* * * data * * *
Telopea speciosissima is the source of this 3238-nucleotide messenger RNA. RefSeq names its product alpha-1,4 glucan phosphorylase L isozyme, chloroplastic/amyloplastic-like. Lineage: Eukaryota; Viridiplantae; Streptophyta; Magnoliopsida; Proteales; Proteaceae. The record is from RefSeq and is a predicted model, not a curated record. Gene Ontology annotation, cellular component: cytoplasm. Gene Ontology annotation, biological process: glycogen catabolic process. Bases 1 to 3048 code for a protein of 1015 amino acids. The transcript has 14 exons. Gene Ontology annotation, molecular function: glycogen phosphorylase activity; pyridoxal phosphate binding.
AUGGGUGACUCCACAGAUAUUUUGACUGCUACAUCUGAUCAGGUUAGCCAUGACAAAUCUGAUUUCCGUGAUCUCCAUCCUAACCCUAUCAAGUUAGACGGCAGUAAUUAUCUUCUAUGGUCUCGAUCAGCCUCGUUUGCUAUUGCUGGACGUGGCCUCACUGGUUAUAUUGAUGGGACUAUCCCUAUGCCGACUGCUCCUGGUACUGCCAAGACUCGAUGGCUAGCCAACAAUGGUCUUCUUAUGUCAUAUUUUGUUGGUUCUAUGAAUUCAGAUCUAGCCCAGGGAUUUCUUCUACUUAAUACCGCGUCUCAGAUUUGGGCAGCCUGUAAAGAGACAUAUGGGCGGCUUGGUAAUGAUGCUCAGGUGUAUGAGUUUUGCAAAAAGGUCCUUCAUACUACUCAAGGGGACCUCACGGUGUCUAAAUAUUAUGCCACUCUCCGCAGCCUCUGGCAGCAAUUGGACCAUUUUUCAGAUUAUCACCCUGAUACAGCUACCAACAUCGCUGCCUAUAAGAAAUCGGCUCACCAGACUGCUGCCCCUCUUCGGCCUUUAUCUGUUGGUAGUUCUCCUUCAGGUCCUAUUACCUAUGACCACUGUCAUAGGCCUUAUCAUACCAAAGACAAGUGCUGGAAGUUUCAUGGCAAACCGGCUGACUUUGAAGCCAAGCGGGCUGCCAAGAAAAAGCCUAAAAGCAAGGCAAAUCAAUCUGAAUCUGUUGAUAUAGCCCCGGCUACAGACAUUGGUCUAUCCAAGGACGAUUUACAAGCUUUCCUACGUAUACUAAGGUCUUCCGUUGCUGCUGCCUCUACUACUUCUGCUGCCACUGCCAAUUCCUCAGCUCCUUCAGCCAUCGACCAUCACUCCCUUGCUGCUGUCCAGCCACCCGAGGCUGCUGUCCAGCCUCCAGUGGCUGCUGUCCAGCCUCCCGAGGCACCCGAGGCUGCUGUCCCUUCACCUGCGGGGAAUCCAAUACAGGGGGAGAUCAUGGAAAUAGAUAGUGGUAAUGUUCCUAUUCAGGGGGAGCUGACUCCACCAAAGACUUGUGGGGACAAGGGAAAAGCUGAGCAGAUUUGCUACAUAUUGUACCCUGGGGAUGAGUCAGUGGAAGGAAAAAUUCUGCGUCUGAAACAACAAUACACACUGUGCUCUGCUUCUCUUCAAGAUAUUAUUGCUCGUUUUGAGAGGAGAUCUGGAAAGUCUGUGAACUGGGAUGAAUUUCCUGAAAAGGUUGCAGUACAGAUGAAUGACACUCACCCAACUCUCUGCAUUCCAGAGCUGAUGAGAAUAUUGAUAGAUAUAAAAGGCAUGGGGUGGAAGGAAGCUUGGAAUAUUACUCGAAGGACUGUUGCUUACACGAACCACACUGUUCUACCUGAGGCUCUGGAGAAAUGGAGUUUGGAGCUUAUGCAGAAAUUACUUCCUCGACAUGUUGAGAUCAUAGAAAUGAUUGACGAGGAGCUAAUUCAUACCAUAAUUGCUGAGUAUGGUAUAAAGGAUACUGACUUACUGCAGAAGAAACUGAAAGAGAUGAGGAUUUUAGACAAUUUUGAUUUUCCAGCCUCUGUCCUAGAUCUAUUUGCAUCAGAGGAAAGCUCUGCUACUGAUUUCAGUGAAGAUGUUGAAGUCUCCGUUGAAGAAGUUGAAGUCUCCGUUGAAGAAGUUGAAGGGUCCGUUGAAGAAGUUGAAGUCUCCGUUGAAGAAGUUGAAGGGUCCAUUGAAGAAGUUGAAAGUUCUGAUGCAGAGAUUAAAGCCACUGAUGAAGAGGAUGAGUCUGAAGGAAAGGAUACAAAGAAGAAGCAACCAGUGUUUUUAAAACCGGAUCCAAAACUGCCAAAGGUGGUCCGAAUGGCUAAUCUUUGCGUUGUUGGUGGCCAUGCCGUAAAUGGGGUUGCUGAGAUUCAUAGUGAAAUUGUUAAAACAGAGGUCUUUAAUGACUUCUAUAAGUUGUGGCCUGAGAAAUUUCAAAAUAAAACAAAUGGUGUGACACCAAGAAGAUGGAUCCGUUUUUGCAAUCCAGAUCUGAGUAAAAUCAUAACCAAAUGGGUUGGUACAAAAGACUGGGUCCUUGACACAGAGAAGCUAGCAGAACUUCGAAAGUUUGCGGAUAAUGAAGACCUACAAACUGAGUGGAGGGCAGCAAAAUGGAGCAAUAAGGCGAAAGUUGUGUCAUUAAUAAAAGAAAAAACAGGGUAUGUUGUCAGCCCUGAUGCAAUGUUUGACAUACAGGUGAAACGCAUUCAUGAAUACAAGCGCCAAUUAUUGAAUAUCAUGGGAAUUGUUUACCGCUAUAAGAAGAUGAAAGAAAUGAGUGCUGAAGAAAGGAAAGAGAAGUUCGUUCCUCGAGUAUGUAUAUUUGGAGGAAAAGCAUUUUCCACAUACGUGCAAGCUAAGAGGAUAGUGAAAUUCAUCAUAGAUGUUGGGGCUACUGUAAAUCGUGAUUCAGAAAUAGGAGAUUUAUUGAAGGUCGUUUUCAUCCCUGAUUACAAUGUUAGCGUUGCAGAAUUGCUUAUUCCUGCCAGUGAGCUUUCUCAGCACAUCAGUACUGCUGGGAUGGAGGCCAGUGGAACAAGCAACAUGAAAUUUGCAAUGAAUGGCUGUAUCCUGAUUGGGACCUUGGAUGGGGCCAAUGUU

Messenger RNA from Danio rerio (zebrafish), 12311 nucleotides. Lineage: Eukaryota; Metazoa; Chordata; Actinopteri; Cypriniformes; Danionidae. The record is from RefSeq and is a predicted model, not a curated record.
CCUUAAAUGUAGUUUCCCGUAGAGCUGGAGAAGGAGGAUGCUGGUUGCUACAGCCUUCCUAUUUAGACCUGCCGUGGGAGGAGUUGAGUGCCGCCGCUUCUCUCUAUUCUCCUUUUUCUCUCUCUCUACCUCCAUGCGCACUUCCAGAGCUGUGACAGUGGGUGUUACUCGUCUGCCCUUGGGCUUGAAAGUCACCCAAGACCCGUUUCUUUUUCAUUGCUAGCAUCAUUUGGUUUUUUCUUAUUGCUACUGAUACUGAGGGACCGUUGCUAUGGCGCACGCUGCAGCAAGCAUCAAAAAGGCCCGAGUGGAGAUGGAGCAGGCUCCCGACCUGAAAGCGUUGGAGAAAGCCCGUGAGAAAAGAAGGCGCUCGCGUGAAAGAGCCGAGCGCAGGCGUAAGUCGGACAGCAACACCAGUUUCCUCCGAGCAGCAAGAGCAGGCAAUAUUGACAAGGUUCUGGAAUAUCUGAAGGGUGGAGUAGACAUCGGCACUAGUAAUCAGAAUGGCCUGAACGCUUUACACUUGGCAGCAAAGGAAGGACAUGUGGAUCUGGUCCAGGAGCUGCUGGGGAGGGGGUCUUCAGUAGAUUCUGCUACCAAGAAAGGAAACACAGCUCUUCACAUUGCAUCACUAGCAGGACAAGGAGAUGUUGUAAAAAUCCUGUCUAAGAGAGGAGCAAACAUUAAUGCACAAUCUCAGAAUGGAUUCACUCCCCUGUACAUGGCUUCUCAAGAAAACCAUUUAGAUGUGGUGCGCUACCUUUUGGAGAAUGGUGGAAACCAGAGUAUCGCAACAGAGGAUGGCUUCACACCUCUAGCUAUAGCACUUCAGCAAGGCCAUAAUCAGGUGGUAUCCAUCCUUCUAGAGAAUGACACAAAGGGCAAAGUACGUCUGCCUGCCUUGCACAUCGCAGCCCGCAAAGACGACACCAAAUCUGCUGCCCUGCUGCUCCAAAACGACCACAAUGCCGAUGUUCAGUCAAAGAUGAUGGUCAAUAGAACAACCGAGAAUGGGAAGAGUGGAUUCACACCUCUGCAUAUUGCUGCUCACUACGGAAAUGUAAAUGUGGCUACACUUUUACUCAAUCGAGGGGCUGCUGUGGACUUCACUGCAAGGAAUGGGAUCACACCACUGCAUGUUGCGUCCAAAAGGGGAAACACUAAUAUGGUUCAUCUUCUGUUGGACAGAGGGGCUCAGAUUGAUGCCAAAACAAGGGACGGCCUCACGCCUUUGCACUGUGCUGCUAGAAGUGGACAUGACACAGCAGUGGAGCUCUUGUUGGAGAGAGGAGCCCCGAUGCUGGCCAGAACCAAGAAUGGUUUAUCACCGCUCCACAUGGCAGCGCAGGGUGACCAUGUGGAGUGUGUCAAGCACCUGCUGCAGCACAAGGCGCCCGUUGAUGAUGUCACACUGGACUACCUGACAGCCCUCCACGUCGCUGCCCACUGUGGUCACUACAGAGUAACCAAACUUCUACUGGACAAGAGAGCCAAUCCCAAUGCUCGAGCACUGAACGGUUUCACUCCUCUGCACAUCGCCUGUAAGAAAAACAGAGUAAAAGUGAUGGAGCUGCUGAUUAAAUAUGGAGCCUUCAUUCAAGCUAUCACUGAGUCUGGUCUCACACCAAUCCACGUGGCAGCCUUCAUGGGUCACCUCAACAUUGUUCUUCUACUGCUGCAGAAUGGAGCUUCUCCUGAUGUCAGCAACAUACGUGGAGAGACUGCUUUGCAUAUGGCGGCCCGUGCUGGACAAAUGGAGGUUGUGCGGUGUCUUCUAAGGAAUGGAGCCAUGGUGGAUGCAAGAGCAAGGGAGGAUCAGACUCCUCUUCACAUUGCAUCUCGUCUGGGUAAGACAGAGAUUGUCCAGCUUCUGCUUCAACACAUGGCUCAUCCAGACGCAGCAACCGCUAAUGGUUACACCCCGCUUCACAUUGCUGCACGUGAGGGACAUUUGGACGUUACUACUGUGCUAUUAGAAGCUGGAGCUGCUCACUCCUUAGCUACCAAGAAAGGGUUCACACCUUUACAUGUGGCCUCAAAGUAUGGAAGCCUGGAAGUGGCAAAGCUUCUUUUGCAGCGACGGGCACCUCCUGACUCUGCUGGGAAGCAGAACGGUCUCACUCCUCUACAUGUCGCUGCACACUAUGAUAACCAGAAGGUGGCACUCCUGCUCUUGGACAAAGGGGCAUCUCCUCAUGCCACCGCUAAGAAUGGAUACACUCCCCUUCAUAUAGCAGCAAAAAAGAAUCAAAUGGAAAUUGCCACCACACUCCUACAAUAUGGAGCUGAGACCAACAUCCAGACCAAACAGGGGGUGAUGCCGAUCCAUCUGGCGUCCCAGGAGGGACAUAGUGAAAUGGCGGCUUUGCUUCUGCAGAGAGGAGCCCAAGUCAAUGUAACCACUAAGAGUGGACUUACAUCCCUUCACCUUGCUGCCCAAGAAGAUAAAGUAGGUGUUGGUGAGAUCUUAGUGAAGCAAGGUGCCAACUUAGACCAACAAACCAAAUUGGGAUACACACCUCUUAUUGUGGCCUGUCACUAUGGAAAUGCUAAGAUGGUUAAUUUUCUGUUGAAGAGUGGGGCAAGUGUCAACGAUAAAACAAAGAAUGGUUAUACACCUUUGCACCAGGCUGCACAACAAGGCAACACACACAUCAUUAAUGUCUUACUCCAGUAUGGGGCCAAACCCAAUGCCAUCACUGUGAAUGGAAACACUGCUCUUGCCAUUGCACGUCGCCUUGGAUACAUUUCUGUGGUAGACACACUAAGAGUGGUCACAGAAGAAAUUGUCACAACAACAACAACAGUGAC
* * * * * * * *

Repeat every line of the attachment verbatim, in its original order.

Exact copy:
Telopea speciosissima is the source of this 3238-nucleotide messenger RNA. RefSeq names its product alpha-1,4 glucan phosphorylase L isozyme, chloroplastic/amyloplastic-like. Lineage: Eukaryota; Viridiplantae; Streptophyta; Magnoliopsida; Proteales; Proteaceae. The record is from RefSeq and is a predicted model, not a curated record. Gene Ontology annotation, cellular component: cytoplasm. Gene Ontology annotation, biological process: glycogen catabolic process. Bases 1 to 3048 code for a protein of 1015 amino acids. The transcript has 14 exons. Gene Ontology annotation, molecular function: glycogen phosphorylase activity; pyridoxal phosphate binding.
AUGGGUGACUCCACAGAUAUUUUGACUGCUACAUCUGAUCAGGUUAGCCAUGACAAAUCUGAUUUCCGUGAUCUCCAUCCUAACCCUAUCAAGUUAGACGGCAGUAAUUAUCUUCUAUGGUCUCGAUCAGCCUCGUUUGCUAUUGCUGGACGUGGCCUCACUGGUUAUAUUGAUGGGACUAUCCCUAUGCCGACUGCUCCUGGUACUGCCAAGACUCGAUGGCUAGCCAACAAUGGUCUUCUUAUGUCAUAUUUUGUUGGUUCUAUGAAUUCAGAUCUAGCCCAGGGAUUUCUUCUACUUAAUACCGCGUCUCAGAUUUGGGCAGCCUGUAAAGAGACAUAUGGGCGGCUUGGUAAUGAUGCUCAGGUGUAUGAGUUUUGCAAAAAGGUCCUUCAUACUACUCAAGGGGACCUCACGGUGUCUAAAUAUUAUGCCACUCUCCGCAGCCUCUGGCAGCAAUUGGACCAUUUUUCAGAUUAUCACCCUGAUACAGCUACCAACAUCGCUGCCUAUAAGAAAUCGGCUCACCAGACUGCUGCCCCUCUUCGGCCUUUAUCUGUUGGUAGUUCUCCUUCAGGUCCUAUUACCUAUGACCACUGUCAUAGGCCUUAUCAUACCAAAGACAAGUGCUGGAAGUUUCAUGGCAAACCGGCUGACUUUGAAGCCAAGCGGGCUGCCAAGAAAAAGCCUAAAAGCAAGGCAAAUCAAUCUGAAUCUGUUGAUAUAGCCCCGGCUACAGACAUUGGUCUAUCCAAGGACGAUUUACAAGCUUUCCUACGUAUACUAAGGUCUUCCGUUGCUGCUGCCUCUACUACUUCUGCUGCCACUGCCAAUUCCUCAGCUCCUUCAGCCAUCGACCAUCACUCCCUUGCUGCUGUCCAGCCACCCGAGGCUGCUGUCCAGCCUCCAGUGGCUGCUGUCCAGCCUCCCGAGGCACCCGAGGCUGCUGUCCCUUCACCUGCGGGGAAUCCAAUACAGGGGGAGAUCAUGGAAAUAGAUAGUGGUAAUGUUCCUAUUCAGGGGGAGCUGACUCCACCAAAGACUUGUGGGGACAAGGGAAAAGCUGAGCAGAUUUGCUACAUAUUGUACCCUGGGGAUGAGUCAGUGGAAGGAAAAAUUCUGCGUCUGAAACAACAAUACACACUGUGCUCUGCUUCUCUUCAAGAUAUUAUUGCUCGUUUUGAGAGGAGAUCUGGAAAGUCUGUGAACUGGGAUGAAUUUCCUGAAAAGGUUGCAGUACAGAUGAAUGACACUCACCCAACUCUCUGCAUUCCAGAGCUGAUGAGAAUAUUGAUAGAUAUAAAAGGCAUGGGGUGGAAGGAAGCUUGGAAUAUUACUCGAAGGACUGUUGCUUACACGAACCACACUGUUCUACCUGAGGCUCUGGAGAAAUGGAGUUUGGAGCUUAUGCAGAAAUUACUUCCUCGACAUGUUGAGAUCAUAGAAAUGAUUGACGAGGAGCUAAUUCAUACCAUAAUUGCUGAGUAUGGUAUAAAGGAUACUGACUUACUGCAGAAGAAACUGAAAGAGAUGAGGAUUUUAGACAAUUUUGAUUUUCCAGCCUCUGUCCUAGAUCUAUUUGCAUCAGAGGAAAGCUCUGCUACUGAUUUCAGUGAAGAUGUUGAAGUCUCCGUUGAAGAAGUUGAAGUCUCCGUUGAAGAAGUUGAAGGGUCCGUUGAAGAAGUUGAAGUCUCCGUUGAAGAAGUUGAAGGGUCCAUUGAAGAAGUUGAAAGUUCUGAUGCAGAGAUUAAAGCCACUGAUGAAGAGGAUGAGUCUGAAGGAAAGGAUACAAAGAAGAAGCAACCAGUGUUUUUAAAACCGGAUCCAAAACUGCCAAAGGUGGUCCGAAUGGCUAAUCUUUGCGUUGUUGGUGGCCAUGCCGUAAAUGGGGUUGCUGAGAUUCAUAGUGAAAUUGUUAAAACAGAGGUCUUUAAUGACUUCUAUAAGUUGUGGCCUGAGAAAUUUCAAAAUAAAACAAAUGGUGUGACACCAAGAAGAUGGAUCCGUUUUUGCAAUCCAGAUCUGAGUAAAAUCAUAACCAAAUGGGUUGGUACAAAAGACUGGGUCCUUGACACAGAGAAGCUAGCAGAACUUCGAAAGUUUGCGGAUAAUGAAGACCUACAAACUGAGUGGAGGGCAGCAAAAUGGAGCAAUAAGGCGAAAGUUGUGUCAUUAAUAAAAGAAAAAACAGGGUAUGUUGUCAGCCCUGAUGCAAUGUUUGACAUACAGGUGAAACGCAUUCAUGAAUACAAGCGCCAAUUAUUGAAUAUCAUGGGAAUUGUUUACCGCUAUAAGAAGAUGAAAGAAAUGAGUGCUGAAGAAAGGAAAGAGAAGUUCGUUCCUCGAGUAUGUAUAUUUGGAGGAAAAGCAUUUUCCACAUACGUGCAAGCUAAGAGGAUAGUGAAAUUCAUCAUAGAUGUUGGGGCUACUGUAAAUCGUGAUUCAGAAAUAGGAGAUUUAUUGAAGGUCGUUUUCAUCCCUGAUUACAAUGUUAGCGUUGCAGAAUUGCUUAUUCCUGCCAGUGAGCUUUCUCAGCACAUCAGUACUGCUGGGAUGGAGGCCAGUGGAACAAGCAACAUGAAAUUUGCAAUGAAUGGCUGUAUCCUGAUUGGGACCUUGGAUGGGGCCAAUGUU

Messenger RNA from Danio rerio (zebrafish), 12311 nucleotides. Lineage: Eukaryota; Metazoa; Chordata; Actinopteri; Cypriniformes; Danionidae. The record is from RefSeq and is a predicted model, not a curated record.
CCUUAAAUGUAGUUUCCCGUAGAGCUGGAGAAGGAGGAUGCUGGUUGCUACAGCCUUCCUAUUUAGACCUGCCGUGGGAGGAGUUGAGUGCCGCCGCUUCUCUCUAUUCUCCUUUUUCUCUCUCUCUACCUCCAUGCGCACUUCCAGAGCUGUGACAGUGGGUGUUACUCGUCUGCCCUUGGGCUUGAAAGUCACCCAAGACCCGUUUCUUUUUCAUUGCUAGCAUCAUUUGGUUUUUUCUUAUUGCUACUGAUACUGAGGGACCGUUGCUAUGGCGCACGCUGCAGCAAGCAUCAAAAAGGCCCGAGUGGAGAUGGAGCAGGCUCCCGACCUGAAAGCGUUGGAGAAAGCCCGUGAGAAAAGAAGGCGCUCGCGUGAAAGAGCCGAGCGCAGGCGUAAGUCGGACAGCAACACCAGUUUCCUCCGAGCAGCAAGAGCAGGCAAUAUUGACAAGGUUCUGGAAUAUCUGAAGGGUGGAGUAGACAUCGGCACUAGUAAUCAGAAUGGCCUGAACGCUUUACACUUGGCAGCAAAGGAAGGACAUGUGGAUCUGGUCCAGGAGCUGCUGGGGAGGGGGUCUUCAGUAGAUUCUGCUACCAAGAAAGGAAACACAGCUCUUCACAUUGCAUCACUAGCAGGACAAGGAGAUGUUGUAAAAAUCCUGUCUAAGAGAGGAGCAAACAUUAAUGCACAAUCUCAGAAUGGAUUCACUCCCCUGUACAUGGCUUCUCAAGAAAACCAUUUAGAUGUGGUGCGCUACCUUUUGGAGAAUGGUGGAAACCAGAGUAUCGCAACAGAGGAUGGCUUCACACCUCUAGCUAUAGCACUUCAGCAAGGCCAUAAUCAGGUGGUAUCCAUCCUUCUAGAGAAUGACACAAAGGGCAAAGUACGUCUGCCUGCCUUGCACAUCGCAGCCCGCAAAGACGACACCAAAUCUGCUGCCCUGCUGCUCCAAAACGACCACAAUGCCGAUGUUCAGUCAAAGAUGAUGGUCAAUAGAACAACCGAGAAUGGGAAGAGUGGAUUCACACCUCUGCAUAUUGCUGCUCACUACGGAAAUGUAAAUGUGGCUACACUUUUACUCAAUCGAGGGGCUGCUGUGGACUUCACUGCAAGGAAUGGGAUCACACCACUGCAUGUUGCGUCCAAAAGGGGAAACACUAAUAUGGUUCAUCUUCUGUUGGACAGAGGGGCUCAGAUUGAUGCCAAAACAAGGGACGGCCUCACGCCUUUGCACUGUGCUGCUAGAAGUGGACAUGACACAGCAGUGGAGCUCUUGUUGGAGAGAGGAGCCCCGAUGCUGGCCAGAACCAAGAAUGGUUUAUCACCGCUCCACAUGGCAGCGCAGGGUGACCAUGUGGAGUGUGUCAAGCACCUGCUGCAGCACAAGGCGCCCGUUGAUGAUGUCACACUGGACUACCUGACAGCCCUCCACGUCGCUGCCCACUGUGGUCACUACAGAGUAACCAAACUUCUACUGGACAAGAGAGCCAAUCCCAAUGCUCGAGCACUGAACGGUUUCACUCCUCUGCACAUCGCCUGUAAGAAAAACAGAGUAAAAGUGAUGGAGCUGCUGAUUAAAUAUGGAGCCUUCAUUCAAGCUAUCACUGAGUCUGGUCUCACACCAAUCCACGUGGCAGCCUUCAUGGGUCACCUCAACAUUGUUCUUCUACUGCUGCAGAAUGGAGCUUCUCCUGAUGUCAGCAACAUACGUGGAGAGACUGCUUUGCAUAUGGCGGCCCGUGCUGGACAAAUGGAGGUUGUGCGGUGUCUUCUAAGGAAUGGAGCCAUGGUGGAUGCAAGAGCAAGGGAGGAUCAGACUCCUCUUCACAUUGCAUCUCGUCUGGGUAAGACAGAGAUUGUCCAGCUUCUGCUUCAACACAUGGCUCAUCCAGACGCAGCAACCGCUAAUGGUUACACCCCGCUUCACAUUGCUGCACGUGAGGGACAUUUGGACGUUACUACUGUGCUAUUAGAAGCUGGAGCUGCUCACUCCUUAGCUACCAAGAAAGGGUUCACACCUUUACAUGUGGCCUCAAAGUAUGGAAGCCUGGAAGUGGCAAAGCUUCUUUUGCAGCGACGGGCACCUCCUGACUCUGCUGGGAAGCAGAACGGUCUCACUCCUCUACAUGUCGCUGCACACUAUGAUAACCAGAAGGUGGCACUCCUGCUCUUGGACAAAGGGGCAUCUCCUCAUGCCACCGCUAAGAAUGGAUACACUCCCCUUCAUAUAGCAGCAAAAAAGAAUCAAAUGGAAAUUGCCACCACACUCCUACAAUAUGGAGCUGAGACCAACAUCCAGACCAAACAGGGGGUGAUGCCGAUCCAUCUGGCGUCCCAGGAGGGACAUAGUGAAAUGGCGGCUUUGCUUCUGCAGAGAGGAGCCCAAGUCAAUGUAACCACUAAGAGUGGACUUACAUCCCUUCACCUUGCUGCCCAAGAAGAUAAAGUAGGUGUUGGUGAGAUCUUAGUGAAGCAAGGUGCCAACUUAGACCAACAAACCAAAUUGGGAUACACACCUCUUAUUGUGGCCUGUCACUAUGGAAAUGCUAAGAUGGUUAAUUUUCUGUUGAAGAGUGGGGCAAGUGUCAACGAUAAAACAAAGAAUGGUUAUACACCUUUGCACCAGGCUGCACAACAAGGCAACACACACAUCAUUAAUGUCUUACUCCAGUAUGGGGCCAAACCCAAUGCCAUCACUGUGAAUGGAAACACUGCUCUUGCCAUUGCACGUCGCCUUGGAUACAUUUCUGUGGUAGACACACUAAGAGUGGUCACAGAAGAAAUUGUCACAACAACAACAACAGUGAC